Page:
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VIDEO: Wireless Devices Put Users at Risk: IT Rewind Episode 67

Posted February 26, 2016by Ben Barker

 

Wireless mice and keyboards could allow attackers to take over user devices. Meanwhile, lawmakers are pushing for the creation of an encryption commission. To hear more, just click play!

 

IT Rewind Featured Stories:

Did our short segment leave you wanting more? Check out the original articles of stories we covered!

Lawmakers Push for Encryption Commission to Find Compromise

InfoWorld, @infoworld, Grant Gross, @GrantGross

Laptops, PCs Open to Cyber-Attack Through Wireless Mice, Keyboards

eWeek, @eWEEKNews, Robert Lemos


Continuum's Must-Read Blog Post This Week

New Locky Ransomware - FAQs and How MSPs Can Act Now


New-Locky-Ransomware---FAQs-and-How-MSPs-Can-Act-Now.png

Have you opened any invoice attachments lately? Now, there's a new ransomware called Locky that's joined the ranks of viruses like CryptoLocker and CryptoWall. This latest malware threat was detected just last week and already, IT service providers and MSPs have discovered that it's spread at an alarming rate, employing sophisticated social engineering tactics and bypassing antivirus (AV), spam filtering and web filtering solutions. According to Dark Reading, Kevin Beaumont, one of the first security researchers to unearth Locky, revealed he had seen "around 4,000 new infections per hour, or roughly 100,000 per day."

How does Locky work? What does it reveal about the state of ransomware and next generation cyber threats? What do you need to know to protect clients? Answers to all this and more!

Keep reading »

 

What Else Is New in the IT Channel?

Now that you've seen our top picks for this week, here are some more stories that made the headlines. Have a suggestion for a story that we should cover next week? Let us know by commenting below or tweeting @FollowContinuum or @BenDBarker!

Rapidly rising ransomware:

         Ransomware Rising
         Network World, @NetworkWorld, Jason Armerding

Apple's impenitrable iPhone:

       Apple Wants to Make It Impossible for the Company to Comply With Law Enforcement's Demands for Data
       Business Insider, @businessinsider, Rob Price, @robaeprice

Speed up Windows 10:

         3 Ways to Speed up Windows 10 Without Buying New Hardware
         PCWorld, @pcworld, Lincoln Spector, @LincolnSpector


Transcription

Hey everyone welcome back for another edition of IT Rewind. Today is our 67th episode and it’s an extra special episode for a couple of reasons. First of all, 67 is the same number as former Miami Dolphin offensive lineman and member of the 17-0 Super Bowl team, Bob Kuechenberg. But more importantly, this marks the very first IT Rewind episode in our new Boston studio! Looks the same? Surprised? Let’s do this thing!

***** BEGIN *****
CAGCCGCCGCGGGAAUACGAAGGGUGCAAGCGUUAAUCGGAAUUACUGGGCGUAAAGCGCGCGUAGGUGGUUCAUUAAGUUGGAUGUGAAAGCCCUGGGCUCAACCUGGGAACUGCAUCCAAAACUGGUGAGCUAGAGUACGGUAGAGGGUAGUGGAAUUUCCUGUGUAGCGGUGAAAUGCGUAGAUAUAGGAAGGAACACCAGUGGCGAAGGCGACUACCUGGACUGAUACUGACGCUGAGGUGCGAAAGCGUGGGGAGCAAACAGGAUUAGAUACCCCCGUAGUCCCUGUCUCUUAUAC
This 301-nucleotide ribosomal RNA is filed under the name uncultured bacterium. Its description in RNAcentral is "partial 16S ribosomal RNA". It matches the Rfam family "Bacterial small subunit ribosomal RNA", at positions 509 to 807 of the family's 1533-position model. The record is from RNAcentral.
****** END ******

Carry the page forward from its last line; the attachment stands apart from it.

Lawmakers are pushing for the creation of an encryption commission that would be responsible for recommending resolutions to debates over government access to encrypted communications. Currently, Apple and the FBI are in court fighting over access to a terrorist suspect’s iPhone. The proposed commission would include law enforcement leaders, the tech industry, and private groups. According to Representative Michael McCaul from Texas, passing “knee-jerk” legislation won’t solve the over arching problem. McCaul said quote – given the complexities of this issue, there’s no legislative, knee-jerk response that will solve this problem. This is an urgent issue, and I believe a commission is the best vehicle – end quote. The development of a commission would give all sides a chance to look at the issue and seek alternative resolutions. 

Do you use a wireless mouse or keyboard? I have mine right here. I love this thing. However, according to Bastille, a communications-security firm, these wireless devices are allowing attackers to send commands to user systems. This type of attack is being called “MouseJacking” and it exploits the weak security of the custom communications protocols that many wireless mice and keyboards use. Among the notable vendors that could be affected are Logitech, Microsoft and Dell. Basically, attacks can send mouse click and key strikes to targeted systems from more than 100 meters away. Chris Rouland, founder and CTO of Bastille said quote – “It really only takes a $15 dongle and about 15 lines of Python code and you can get complete control of the target system.” -End quote. It’s worth noting that the attack only affects peripherals that do not sue the Bluetooth standard to communicate between devices.

That’s all the time that we have for this week’s episode of IT Rewind, but before we go, I want to mention this week’s Ribbon Cutting Ceremony. On Thursday, Continuum invited guests to the new office space at 99 High Street in Boston to celebrate and give tours. Jay Ash, Secretary of Housing and Economic Development for the Commonwealth of Massachusetts even showed up and helped Continuum’s CEO, Michael George cut the ribbon.

As always, you can always find us on Twitter, Instagram and Vine at FollowContinuum. We’re also on Facebook, LinkedIn, Spiceworks, YouTube and Periscope.

Take it easy.

 

How do you know if you're choosing the right vendor for your MSP business?

 2016 Business Planning - How to Effectively Choose Your Vendors

Ben is a member of Continuum's marketing team. He specializes in blog content as well as video production. Ben is a graduate of Emerson College and a huge Boston sports fan.

Topics: Industry News

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